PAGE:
By their actions you will know them…

In this modern and blase world, it seems that men, and women, can sometimes get away with anti-social behavior under the protection of the First Amendment. Our justice system isn’t perfect, but our carefully written constitution wisely allows people to speak until they hang themselves or occasionally redeem themselves.

Even those who publicly disgrace our flag suffer little but public scorn. Those who offer comfort to our enemies receive little punishment, unless they embarrass the FBI. The only punishment in most cases is that the person doing these unworthy actions lives long enough to see his earlier actions re-appear in all their glory on the internet.

This book cover shows the American Flag being held upside down by a group of anti-war protesters who were publicly praised by Vo Nguyen Giap, the North Vietnamese general in charge of the military campaign that finally drove the U.S. out of South Vietnam in 1975.


Presidential candidate John Kerry wrote this book.

Update: He also testified before the Senate Foreign Relations Committee about the excesses committed by servicemen in Vietnam. What he failed to say was where he got his information about these atrocities. It turns out that he was spouting disinformation created by the KGB to disrupt the US war effort. Ion Mihai Pacepa, a spy chief and a general in the former Soviet satellite of Romania, produced the vitriol Kerry repeated to the U.S. Congress almost word for word.

He aligned himself with Jane Fonda and the anti-war movement, and even got himself arrested during one protest.

I don’t fault him for protesting the war – it’s the fact that he now speaks only about his meritorious service in Vietnam, never about his anti-war activities. If he was sincere then, why not speak out now?

Kerry would have us believe that he has the military experience and maturity to conduct the affairs of our nation. I don’t think so. I distrust a person who changes his position and then denies that he ever held the old views. This book is now a source of embarrassment for him.

It takes a lot of moral fiber to be president and hold firm to what you feel is the right thing to do. I think there are other candidates who will make better presidents.

Thanks to Cox & Forkum for the link.

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0 Responses to By their actions you will know them…

  1. Marie says:

    Thumbs up on this post!

  2. Zack says:

    Hmmm… I find it odd that you believe that changing your opinions shows less integrity then refusing to change your opinion.

    The integrity to go to war when called to do so even though you disagree with the war is far greater than the integrity of one who shuns his duties yet calls for others to fight in their place. (everyone in the current administration)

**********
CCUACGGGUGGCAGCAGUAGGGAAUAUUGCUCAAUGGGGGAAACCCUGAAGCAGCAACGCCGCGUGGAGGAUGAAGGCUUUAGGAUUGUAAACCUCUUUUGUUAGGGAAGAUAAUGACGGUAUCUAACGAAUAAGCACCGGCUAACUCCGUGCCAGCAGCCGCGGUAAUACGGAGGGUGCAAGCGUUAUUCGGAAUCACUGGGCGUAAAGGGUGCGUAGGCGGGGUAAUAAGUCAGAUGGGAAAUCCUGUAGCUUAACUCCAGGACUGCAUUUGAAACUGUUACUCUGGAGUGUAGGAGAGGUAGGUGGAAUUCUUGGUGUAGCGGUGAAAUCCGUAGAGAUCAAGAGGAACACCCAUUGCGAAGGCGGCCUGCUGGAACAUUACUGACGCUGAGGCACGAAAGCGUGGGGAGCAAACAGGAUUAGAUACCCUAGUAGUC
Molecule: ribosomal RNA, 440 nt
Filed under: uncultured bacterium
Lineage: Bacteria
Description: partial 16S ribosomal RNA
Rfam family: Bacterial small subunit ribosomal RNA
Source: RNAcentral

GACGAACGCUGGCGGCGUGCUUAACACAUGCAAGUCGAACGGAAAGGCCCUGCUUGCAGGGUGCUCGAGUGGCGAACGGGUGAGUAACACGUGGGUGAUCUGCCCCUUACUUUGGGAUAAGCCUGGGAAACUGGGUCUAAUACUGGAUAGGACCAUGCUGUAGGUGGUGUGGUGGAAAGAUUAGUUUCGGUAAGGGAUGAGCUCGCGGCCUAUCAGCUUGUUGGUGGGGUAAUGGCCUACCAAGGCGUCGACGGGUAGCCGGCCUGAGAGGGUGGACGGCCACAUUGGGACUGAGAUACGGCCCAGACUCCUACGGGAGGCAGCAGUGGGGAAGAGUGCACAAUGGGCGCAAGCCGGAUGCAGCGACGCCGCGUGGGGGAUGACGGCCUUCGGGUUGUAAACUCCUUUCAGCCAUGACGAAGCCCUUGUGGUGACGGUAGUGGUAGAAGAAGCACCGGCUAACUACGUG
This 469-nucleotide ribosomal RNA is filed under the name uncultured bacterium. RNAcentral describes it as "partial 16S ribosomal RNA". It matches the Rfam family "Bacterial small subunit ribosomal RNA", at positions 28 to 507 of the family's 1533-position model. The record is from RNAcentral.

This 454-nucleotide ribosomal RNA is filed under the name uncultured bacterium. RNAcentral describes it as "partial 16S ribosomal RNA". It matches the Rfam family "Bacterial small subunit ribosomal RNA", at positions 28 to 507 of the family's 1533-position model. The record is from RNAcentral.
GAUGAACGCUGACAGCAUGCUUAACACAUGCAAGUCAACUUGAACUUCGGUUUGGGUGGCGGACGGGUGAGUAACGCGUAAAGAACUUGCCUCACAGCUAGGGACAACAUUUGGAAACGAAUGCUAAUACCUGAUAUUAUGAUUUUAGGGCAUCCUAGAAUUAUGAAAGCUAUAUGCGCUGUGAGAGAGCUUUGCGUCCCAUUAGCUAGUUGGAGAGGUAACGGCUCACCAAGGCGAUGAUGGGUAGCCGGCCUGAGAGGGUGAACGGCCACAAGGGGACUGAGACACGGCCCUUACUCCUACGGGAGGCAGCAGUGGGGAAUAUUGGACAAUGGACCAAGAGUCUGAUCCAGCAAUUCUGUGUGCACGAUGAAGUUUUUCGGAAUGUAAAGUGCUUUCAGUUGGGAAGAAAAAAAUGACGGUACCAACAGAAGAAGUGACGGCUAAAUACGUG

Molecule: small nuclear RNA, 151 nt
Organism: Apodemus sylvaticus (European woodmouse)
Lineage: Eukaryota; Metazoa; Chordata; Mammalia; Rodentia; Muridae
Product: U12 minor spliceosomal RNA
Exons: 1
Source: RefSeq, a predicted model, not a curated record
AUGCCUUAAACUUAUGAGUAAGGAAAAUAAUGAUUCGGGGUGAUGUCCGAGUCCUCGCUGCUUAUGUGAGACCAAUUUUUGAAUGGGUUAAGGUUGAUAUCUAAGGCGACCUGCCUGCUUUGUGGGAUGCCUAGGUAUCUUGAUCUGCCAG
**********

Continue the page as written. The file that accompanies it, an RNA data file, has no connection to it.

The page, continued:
John Kerry was quoted in 1971 when he went before the senate foreign relations committee, “How do you ask a man to be the last man to die for a mistake?” I admire that stance and I completely understand why he would not want to stand up now and say it.


    Basically in politics you must whitewash your past of sound bites that are usable against you. The current administration has been amazing at this. Denying media coverage to news reporters and or newsgroups that promote a negative opinion has even done wonders to hush up many minor issues that you can read about in England. Bush has more unified political power and can control media better. For that reason alone the front runner of the democratic party will need to distance them self from misquotable statements.

    It is sad but democracy does not reward truth or integrity as much as it rewards connections, PR, and money. With enough of each you can pretty much make up the history you want to have and shove it down the throats of the populace. It doesn’t have to be true, just ubiquitous.

    Politics are immoral. It seems you have to be an immoral person to do well in it. Good and honest individuals do not make leaders, because they are not willing to climb over the bodies to get there.

  3. David says:

    Good comments all.

    However, I didn’t assign integrity to changing or not changing opinions. I have done both myself.

    What I object to in a candidate or in anyone else, is the denial of having held an opinion when the opinion was held. Dishonesty is not an admirable character trait.

    I am not sure that any of the current candidates is without fault. I will select the one I find to have the best combination of praiseworthy actions and fewest faults.

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